One of the artists behind the iconic broom and dustpan at the Denver Art Museum has died

If you’ve seen it, you remember it.
1 min. read
The “Big Sweep” sits outside the Denver Art Museum in the Golden Triangle neighborhood, which was certified as a creative district by the state of Colorado in June 2016.
Corey H. Jones/CPR News

If you've seen it, you remember it: The giant broom and dustpan sculpture outside the Denver Art Museum is one of the most iconic pieces in the collection. It greets tens of thousands of visitors each year as they near the main entrance.

One of the artists behind the massive work, Claes Oldenburg, died Monday at his home in Manhattan. He was 93.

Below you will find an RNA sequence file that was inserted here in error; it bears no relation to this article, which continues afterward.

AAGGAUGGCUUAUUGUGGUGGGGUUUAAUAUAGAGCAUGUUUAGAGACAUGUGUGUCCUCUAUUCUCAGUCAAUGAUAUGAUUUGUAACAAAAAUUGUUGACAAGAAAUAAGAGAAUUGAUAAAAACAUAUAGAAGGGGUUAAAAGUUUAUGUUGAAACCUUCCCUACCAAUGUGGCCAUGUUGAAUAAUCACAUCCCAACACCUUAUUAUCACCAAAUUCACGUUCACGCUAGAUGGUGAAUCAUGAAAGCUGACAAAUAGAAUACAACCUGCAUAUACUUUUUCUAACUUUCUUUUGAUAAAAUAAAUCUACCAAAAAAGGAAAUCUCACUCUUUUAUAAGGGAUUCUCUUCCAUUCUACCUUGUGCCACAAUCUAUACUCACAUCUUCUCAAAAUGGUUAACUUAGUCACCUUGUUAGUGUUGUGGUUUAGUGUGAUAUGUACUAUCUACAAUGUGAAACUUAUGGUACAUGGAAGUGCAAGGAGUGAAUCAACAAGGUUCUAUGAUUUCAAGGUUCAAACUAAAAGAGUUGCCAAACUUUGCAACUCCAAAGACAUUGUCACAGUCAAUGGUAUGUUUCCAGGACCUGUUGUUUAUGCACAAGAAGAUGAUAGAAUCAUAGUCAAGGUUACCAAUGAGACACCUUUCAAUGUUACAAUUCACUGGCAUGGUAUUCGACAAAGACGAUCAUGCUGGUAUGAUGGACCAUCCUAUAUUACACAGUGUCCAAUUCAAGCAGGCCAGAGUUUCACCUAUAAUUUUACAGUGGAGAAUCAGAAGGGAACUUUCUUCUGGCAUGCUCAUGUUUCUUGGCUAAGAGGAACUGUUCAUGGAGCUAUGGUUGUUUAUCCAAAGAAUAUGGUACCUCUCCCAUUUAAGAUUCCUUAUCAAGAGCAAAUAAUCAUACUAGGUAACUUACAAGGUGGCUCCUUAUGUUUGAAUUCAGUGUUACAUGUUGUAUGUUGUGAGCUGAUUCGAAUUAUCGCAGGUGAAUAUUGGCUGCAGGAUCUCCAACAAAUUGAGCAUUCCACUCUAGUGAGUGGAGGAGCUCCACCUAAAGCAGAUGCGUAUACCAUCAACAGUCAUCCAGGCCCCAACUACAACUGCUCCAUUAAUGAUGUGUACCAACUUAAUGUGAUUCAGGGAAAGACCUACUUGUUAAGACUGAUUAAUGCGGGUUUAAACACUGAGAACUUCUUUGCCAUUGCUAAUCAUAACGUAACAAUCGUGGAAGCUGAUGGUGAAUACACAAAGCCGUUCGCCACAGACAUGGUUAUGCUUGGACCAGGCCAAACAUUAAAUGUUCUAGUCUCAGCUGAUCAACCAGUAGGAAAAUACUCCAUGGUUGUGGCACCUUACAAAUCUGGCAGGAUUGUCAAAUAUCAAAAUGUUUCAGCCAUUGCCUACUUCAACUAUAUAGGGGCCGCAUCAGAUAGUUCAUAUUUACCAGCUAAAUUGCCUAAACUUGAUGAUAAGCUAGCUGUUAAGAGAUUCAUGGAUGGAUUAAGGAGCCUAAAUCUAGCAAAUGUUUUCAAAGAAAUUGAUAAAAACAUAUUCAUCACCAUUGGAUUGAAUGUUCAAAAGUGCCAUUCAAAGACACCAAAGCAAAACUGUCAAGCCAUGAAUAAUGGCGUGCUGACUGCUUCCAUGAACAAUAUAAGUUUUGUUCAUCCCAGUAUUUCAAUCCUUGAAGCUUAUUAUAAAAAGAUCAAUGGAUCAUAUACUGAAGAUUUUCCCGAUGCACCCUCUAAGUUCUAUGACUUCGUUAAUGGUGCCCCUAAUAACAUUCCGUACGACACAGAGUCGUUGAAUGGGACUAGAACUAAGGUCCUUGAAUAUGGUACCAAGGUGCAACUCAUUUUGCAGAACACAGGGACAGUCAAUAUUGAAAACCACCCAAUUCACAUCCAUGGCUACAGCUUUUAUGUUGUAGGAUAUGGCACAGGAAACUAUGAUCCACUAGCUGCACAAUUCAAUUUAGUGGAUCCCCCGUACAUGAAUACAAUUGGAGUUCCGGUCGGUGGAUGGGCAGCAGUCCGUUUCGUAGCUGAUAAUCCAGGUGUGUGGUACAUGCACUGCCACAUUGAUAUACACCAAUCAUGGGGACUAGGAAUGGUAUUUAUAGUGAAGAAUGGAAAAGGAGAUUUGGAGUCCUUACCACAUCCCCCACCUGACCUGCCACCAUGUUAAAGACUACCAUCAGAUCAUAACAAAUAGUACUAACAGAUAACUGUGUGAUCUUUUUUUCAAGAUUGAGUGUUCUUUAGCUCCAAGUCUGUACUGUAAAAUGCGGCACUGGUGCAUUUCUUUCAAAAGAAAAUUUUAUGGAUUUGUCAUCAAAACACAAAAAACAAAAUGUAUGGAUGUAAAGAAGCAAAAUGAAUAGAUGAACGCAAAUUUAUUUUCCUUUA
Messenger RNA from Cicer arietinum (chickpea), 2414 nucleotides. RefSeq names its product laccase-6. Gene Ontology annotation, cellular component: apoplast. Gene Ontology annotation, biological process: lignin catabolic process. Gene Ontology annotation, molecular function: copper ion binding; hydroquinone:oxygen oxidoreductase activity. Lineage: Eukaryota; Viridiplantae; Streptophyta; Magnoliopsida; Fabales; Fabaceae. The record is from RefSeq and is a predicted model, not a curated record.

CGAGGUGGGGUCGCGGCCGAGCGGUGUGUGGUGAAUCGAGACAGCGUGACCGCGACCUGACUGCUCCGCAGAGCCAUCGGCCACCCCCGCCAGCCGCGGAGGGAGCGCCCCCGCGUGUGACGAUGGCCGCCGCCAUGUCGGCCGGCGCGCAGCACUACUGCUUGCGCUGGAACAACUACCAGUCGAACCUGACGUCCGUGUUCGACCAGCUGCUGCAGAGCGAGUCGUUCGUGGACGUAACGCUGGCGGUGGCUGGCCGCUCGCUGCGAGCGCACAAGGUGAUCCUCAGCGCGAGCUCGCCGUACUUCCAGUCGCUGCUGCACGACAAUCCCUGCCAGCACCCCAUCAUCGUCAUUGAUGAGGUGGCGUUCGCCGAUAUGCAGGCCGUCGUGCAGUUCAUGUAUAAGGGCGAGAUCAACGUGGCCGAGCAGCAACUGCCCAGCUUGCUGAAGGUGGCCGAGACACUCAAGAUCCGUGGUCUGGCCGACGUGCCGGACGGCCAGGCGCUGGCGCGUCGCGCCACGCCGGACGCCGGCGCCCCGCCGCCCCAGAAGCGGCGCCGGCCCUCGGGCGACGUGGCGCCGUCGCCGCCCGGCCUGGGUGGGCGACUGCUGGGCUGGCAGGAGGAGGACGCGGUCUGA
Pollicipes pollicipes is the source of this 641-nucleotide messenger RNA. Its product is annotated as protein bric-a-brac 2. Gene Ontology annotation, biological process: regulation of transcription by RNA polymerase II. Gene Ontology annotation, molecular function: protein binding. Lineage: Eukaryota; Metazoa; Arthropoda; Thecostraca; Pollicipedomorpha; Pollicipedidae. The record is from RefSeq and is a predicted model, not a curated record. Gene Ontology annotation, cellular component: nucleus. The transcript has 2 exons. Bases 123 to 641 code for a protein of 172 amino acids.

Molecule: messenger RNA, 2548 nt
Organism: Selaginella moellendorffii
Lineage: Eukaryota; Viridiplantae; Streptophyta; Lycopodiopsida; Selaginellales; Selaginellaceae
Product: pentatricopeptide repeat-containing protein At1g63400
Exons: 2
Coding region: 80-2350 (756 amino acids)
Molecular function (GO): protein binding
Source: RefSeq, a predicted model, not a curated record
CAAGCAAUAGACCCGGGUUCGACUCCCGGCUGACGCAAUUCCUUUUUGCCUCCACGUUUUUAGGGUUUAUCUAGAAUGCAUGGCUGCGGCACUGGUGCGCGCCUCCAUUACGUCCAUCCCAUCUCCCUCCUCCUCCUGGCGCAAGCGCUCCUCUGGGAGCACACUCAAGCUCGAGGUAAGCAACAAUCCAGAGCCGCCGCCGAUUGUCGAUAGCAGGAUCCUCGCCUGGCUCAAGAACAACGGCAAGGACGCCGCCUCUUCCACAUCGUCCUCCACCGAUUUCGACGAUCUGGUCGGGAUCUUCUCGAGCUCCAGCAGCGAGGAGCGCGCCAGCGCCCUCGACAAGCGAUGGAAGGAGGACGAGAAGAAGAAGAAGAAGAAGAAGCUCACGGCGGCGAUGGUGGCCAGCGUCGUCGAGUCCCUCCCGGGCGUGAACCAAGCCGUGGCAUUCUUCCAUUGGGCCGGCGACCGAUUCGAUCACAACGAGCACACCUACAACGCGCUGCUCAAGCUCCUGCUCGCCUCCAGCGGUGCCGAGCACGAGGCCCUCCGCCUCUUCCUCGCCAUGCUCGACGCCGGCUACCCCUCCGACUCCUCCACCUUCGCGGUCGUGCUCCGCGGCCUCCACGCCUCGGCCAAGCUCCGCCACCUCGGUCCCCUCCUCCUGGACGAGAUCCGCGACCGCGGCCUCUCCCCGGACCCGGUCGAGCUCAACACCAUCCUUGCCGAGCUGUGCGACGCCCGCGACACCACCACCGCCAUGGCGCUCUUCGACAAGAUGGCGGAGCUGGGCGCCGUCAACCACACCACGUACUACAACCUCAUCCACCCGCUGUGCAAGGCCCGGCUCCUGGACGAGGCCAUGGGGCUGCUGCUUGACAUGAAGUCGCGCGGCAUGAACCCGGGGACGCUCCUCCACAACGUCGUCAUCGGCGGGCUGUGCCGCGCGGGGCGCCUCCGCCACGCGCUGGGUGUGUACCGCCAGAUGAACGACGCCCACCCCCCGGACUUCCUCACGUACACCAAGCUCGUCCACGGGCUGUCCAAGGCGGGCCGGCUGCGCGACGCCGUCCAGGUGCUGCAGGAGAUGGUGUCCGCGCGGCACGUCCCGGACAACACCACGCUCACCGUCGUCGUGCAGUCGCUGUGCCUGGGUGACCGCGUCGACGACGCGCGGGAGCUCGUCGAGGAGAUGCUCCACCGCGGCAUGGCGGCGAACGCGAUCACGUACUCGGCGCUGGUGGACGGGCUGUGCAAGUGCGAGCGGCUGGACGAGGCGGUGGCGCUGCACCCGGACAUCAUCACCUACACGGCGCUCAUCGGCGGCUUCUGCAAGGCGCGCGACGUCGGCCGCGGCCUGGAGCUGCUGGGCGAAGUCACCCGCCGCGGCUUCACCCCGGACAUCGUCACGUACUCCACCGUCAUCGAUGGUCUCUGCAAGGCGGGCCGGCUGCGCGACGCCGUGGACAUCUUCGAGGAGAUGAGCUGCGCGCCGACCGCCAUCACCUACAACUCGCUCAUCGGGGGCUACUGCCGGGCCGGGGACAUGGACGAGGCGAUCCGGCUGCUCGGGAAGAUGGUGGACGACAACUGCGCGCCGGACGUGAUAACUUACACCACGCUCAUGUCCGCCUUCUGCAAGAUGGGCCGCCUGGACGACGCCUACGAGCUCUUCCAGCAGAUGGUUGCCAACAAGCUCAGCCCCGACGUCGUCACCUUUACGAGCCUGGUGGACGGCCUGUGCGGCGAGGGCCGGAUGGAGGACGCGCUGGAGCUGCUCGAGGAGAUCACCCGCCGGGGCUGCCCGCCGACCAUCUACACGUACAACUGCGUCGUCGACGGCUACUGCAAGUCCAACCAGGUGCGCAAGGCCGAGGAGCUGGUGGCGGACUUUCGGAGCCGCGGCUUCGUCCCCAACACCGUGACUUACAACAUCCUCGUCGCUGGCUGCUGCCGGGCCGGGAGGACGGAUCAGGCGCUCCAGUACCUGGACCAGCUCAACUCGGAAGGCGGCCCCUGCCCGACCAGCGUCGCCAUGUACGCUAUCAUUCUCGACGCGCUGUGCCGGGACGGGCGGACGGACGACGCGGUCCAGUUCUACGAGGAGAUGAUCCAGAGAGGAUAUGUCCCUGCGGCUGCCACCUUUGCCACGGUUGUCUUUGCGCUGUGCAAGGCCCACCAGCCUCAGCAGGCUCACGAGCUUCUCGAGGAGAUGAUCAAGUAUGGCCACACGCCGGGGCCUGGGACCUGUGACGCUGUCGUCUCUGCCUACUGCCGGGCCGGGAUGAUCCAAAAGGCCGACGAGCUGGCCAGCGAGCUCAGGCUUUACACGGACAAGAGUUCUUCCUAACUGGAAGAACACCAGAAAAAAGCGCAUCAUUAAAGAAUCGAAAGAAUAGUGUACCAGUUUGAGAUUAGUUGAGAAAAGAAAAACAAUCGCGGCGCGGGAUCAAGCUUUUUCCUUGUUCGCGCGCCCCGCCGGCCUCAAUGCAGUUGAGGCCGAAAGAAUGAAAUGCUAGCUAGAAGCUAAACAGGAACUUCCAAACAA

Oldenburg, who was Swedish American, was known for making larger-than-life versions of ordinary objects. He was a major figure in the Pop Art movement in the 1960s and beyond. He, along with his spouse and longtime collaborator Coosje van Bruggen, erected huge clothespins, hamburgers, shuttlecocks, shovels and countless other objects around the world. Van Bruggen died in 2009.

The pair's piece at the Denver Art Museum, "Big Sweep," was installed in 2006, and is a permanent fixture in the plaza outside the museum near 13th Avenue and Broadway.

Oldenburg and van Bruggen's work was the subject of an exhibit at DAM in 2018.

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